Has Given Matter No Thought.
New York, Dec. 2.-United States
Senator Depew was asked today as to
the report that he had resigned as
senator. He at first refused either to
deny or affirm the report, but said
"I have never given the matter a
thought. It is absurd. That is as
good as a denial. I ,am tired of mak
ing denials of unpleasant questions.
I am resolved not to talk further to
the newspapers. I will deny nothing
nor will I affirm anything. I have
learned a lesson from the past."
[By Associated Press]
Washington, Df . 2.-Senator Platt
of New York up n being asked today
concerning the report that he intended
to resign his seat in the senate, re
"The report is too absurd to deny."
File Exception to Government's Com
plaint Against Them, Alleging It to
Be "Scandalous and Impertinent."
Milwaukee, Wis., Dec. 2.-Alleging
that part of the complaint of the gov
ernment against the Milwaukee Re
frigerator Transit company, the Pabst
Brewing company and the several rail
roads "is scandalous and impertinent"
attorneys for the Pabst Brewing com
pany today filed in the United States
district court clerk's office an excep
tion to the complaint, demanding that
the scandalous matter be expunged
before the brewing company shall be
compelled to file its answer.
The scandalous charge to which the
companies' attorneys take exception
is the assertion that Gustav G. Pabst
and Frederick Pabst habitually receiv
ed rebates and concessions from the
railroads before the law was passed
making such action illegal.
Renominated by Republican Members c
for Speaker of the House-All Other b
Officers Complimented in Like Man- b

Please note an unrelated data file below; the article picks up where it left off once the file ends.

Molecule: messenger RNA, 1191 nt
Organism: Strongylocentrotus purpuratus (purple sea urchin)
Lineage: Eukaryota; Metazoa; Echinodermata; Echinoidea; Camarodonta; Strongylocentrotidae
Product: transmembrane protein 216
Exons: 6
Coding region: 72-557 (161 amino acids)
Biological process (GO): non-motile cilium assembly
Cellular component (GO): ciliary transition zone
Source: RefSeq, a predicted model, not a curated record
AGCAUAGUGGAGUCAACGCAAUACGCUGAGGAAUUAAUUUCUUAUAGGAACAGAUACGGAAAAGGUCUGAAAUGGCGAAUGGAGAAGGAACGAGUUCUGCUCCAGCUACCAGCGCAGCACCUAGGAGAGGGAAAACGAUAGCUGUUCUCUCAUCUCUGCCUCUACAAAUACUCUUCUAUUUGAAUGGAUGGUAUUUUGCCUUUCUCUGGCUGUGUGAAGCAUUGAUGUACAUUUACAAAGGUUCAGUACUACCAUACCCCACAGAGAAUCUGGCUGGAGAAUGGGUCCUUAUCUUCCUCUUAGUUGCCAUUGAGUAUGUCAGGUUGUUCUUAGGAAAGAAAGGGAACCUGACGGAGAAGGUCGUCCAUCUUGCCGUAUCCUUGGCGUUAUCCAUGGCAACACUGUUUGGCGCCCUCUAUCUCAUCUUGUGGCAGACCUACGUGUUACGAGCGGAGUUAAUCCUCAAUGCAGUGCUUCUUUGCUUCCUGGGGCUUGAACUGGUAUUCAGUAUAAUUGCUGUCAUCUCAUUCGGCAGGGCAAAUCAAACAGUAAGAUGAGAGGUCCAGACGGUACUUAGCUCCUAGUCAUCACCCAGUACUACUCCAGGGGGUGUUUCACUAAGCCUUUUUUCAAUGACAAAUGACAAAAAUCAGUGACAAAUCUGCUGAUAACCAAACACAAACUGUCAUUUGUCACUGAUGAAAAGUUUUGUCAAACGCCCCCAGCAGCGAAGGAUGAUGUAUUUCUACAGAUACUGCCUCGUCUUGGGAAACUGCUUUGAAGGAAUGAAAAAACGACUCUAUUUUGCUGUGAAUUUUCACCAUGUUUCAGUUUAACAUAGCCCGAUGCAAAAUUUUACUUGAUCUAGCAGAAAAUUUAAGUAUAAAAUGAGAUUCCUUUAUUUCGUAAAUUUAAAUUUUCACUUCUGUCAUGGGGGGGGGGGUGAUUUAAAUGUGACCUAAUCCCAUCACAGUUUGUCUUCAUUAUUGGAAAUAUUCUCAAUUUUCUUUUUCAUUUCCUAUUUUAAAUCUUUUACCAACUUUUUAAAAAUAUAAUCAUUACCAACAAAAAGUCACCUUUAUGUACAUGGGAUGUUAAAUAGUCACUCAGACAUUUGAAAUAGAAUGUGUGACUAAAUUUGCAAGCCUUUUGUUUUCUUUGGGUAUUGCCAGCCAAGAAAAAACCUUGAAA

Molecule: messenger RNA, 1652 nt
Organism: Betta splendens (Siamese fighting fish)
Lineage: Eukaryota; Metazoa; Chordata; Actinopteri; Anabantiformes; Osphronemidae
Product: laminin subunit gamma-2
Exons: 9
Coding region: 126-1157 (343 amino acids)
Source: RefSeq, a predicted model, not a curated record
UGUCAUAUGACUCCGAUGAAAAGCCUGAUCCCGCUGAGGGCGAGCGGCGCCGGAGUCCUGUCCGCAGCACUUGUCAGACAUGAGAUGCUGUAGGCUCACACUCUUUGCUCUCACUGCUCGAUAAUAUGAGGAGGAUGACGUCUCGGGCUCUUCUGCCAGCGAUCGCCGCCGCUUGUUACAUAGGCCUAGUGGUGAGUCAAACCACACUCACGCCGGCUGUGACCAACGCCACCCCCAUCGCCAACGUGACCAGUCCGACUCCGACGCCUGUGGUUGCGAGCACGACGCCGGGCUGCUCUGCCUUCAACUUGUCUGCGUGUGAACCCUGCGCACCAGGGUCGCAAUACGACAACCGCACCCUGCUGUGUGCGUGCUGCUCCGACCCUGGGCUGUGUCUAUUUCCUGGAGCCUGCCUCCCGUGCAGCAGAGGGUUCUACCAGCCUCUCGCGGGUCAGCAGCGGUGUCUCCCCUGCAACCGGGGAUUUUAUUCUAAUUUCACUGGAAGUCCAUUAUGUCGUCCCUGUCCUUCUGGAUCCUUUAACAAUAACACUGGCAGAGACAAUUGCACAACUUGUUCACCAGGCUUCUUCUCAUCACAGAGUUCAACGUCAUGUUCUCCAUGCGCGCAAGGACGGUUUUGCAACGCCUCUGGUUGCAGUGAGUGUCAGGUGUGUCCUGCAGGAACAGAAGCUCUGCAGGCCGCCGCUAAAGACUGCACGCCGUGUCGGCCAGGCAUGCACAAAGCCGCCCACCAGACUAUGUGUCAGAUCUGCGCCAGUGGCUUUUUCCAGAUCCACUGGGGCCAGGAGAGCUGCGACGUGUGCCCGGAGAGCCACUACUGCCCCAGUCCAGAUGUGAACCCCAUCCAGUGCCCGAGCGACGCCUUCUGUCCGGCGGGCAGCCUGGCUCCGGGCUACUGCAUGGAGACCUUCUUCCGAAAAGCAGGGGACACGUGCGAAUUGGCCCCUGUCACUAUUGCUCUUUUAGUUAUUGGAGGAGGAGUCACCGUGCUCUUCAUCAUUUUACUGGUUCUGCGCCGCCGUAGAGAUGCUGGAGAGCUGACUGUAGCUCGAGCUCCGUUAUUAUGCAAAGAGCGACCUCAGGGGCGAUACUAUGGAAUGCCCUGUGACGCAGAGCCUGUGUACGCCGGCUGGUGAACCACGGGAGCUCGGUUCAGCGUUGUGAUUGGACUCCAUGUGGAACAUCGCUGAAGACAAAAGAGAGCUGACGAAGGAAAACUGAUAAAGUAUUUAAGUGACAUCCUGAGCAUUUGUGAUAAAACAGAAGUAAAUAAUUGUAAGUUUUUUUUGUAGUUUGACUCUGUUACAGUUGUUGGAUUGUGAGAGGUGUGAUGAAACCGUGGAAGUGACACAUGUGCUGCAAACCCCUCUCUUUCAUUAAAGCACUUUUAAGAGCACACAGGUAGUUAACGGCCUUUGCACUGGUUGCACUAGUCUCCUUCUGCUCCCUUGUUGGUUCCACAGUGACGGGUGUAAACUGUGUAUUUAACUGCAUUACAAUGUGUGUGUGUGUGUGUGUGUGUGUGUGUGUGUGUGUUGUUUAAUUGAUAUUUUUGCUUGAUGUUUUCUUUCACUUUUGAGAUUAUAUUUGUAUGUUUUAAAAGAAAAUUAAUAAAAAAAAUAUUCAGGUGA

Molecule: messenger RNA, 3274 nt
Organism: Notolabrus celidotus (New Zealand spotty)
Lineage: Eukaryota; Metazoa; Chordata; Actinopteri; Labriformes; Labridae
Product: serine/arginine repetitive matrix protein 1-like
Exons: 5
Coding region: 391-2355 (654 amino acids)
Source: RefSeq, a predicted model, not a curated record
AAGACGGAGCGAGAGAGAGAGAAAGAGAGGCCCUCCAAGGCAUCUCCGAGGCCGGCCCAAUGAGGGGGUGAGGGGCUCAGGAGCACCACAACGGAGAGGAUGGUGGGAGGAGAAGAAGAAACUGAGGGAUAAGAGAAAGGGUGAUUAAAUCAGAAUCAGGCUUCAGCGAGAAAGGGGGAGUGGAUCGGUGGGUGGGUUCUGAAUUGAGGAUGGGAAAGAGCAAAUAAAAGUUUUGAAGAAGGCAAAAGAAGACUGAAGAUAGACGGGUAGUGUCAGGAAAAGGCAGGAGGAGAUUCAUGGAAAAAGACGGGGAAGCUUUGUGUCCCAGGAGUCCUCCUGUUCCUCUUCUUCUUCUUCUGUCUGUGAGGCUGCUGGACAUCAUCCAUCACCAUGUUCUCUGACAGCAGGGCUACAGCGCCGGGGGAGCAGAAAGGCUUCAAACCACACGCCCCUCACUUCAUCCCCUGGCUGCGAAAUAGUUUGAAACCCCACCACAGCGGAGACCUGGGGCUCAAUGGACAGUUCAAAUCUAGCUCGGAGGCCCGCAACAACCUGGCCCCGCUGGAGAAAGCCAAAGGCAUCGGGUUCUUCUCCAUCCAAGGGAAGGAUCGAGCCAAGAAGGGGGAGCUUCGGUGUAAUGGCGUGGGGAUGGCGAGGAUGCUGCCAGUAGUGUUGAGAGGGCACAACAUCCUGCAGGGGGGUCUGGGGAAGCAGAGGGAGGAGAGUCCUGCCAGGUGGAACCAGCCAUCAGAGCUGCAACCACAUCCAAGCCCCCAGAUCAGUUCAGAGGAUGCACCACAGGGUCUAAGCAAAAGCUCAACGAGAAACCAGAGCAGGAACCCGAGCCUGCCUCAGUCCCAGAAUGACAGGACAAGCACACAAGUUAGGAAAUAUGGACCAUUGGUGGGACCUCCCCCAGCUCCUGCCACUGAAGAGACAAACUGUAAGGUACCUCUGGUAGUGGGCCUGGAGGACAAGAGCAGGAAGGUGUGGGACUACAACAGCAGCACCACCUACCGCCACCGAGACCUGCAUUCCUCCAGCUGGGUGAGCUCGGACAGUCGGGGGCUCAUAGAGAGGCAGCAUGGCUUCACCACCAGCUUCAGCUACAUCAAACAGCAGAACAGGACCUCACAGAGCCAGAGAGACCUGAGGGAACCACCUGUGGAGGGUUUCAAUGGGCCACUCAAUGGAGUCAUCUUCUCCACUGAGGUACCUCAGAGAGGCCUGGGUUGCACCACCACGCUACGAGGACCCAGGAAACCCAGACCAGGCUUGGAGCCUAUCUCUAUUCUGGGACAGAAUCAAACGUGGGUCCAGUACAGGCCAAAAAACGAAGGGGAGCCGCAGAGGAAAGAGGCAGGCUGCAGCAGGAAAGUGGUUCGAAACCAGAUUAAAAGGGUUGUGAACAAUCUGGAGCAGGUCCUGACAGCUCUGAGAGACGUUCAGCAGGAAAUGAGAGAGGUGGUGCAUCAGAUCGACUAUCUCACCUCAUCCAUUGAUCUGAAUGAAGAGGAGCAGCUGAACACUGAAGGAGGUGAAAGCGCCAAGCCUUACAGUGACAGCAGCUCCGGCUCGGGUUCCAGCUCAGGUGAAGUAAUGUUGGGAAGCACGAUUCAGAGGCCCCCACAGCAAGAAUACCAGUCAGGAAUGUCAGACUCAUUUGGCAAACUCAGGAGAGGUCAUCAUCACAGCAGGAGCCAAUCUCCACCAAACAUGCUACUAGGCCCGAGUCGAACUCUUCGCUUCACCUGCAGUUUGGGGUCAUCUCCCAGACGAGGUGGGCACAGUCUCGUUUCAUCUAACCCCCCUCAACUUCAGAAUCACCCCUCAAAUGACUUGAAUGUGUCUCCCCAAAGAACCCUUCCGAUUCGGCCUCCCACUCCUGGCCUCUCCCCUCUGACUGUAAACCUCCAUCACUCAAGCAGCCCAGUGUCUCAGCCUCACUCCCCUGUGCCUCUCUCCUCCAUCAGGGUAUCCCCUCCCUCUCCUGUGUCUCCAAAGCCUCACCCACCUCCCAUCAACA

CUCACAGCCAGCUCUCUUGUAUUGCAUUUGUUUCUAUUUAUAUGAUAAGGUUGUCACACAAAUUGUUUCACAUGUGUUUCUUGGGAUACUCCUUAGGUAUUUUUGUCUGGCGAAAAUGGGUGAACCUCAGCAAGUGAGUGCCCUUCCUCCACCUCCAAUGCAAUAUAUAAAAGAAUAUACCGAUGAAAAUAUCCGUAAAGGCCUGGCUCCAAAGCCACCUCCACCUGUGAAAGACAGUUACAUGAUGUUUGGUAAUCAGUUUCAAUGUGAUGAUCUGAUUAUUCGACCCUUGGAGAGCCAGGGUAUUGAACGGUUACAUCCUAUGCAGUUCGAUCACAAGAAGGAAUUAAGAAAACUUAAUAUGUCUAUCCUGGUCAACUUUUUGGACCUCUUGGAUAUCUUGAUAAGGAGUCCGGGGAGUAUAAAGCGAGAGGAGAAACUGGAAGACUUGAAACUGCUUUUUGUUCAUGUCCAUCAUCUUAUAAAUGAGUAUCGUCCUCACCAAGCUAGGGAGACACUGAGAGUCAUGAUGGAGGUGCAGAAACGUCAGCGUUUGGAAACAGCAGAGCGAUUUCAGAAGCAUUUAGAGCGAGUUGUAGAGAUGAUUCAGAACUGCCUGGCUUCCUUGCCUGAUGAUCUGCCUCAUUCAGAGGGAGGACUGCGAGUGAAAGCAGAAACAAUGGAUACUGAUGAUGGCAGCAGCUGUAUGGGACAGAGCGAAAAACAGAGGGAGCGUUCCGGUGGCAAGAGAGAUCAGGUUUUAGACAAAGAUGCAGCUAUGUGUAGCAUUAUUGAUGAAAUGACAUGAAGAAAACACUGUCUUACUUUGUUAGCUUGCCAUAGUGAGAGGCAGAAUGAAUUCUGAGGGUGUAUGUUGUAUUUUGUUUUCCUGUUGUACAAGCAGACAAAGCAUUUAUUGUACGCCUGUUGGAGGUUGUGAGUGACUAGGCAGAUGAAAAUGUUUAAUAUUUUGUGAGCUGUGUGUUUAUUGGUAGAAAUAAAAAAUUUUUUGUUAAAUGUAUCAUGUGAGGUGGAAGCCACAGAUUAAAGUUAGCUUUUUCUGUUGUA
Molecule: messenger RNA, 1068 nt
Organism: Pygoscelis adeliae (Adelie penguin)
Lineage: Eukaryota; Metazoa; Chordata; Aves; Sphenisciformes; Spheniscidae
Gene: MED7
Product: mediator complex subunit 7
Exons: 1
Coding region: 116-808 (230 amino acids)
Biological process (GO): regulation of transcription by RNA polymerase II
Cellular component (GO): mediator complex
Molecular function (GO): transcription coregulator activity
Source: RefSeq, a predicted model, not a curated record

Washington, Dec. 2.-The republi- t
can members of the Fifty- z
ninth congress met in the 1
caucus hall of the house of
representatives and renominated all
of the elective officers of the house
who served during the last session.
Wiliam P. Hepburn was again chosen i
chairman of the caucas. Joseph G.
Cannon was for a second time unani
mously chosen for speaker.
Other officers of the house were re
nominated as follows:
Clerk, Alexander McDowell, Penn
sylvania; sergeant-at-arms, Henry
Casson, Wisconsin; doorkeeper, F. B.
Lyon, New York; postmaster, Joseph
C. McElroy, Ohio;' Chaplain, the Rev
erend Henry N. Couden, Michigan.
Serious Fire Prevailing in West Vir
ginia County.
Wheeling, W. Va., Dec. 2.-Reports
I from Curtin, W. Va., show that the
Sfire of 'the Curtis Lumber plant is
quite serious. The forest surrounding
Curtin is burning and promises to de
vastate the entire timber section of
Nicellet county. The fire is spreading
on all sides and the loss has reached
r Unless rains check the fire it is
t thought the damage will total a mil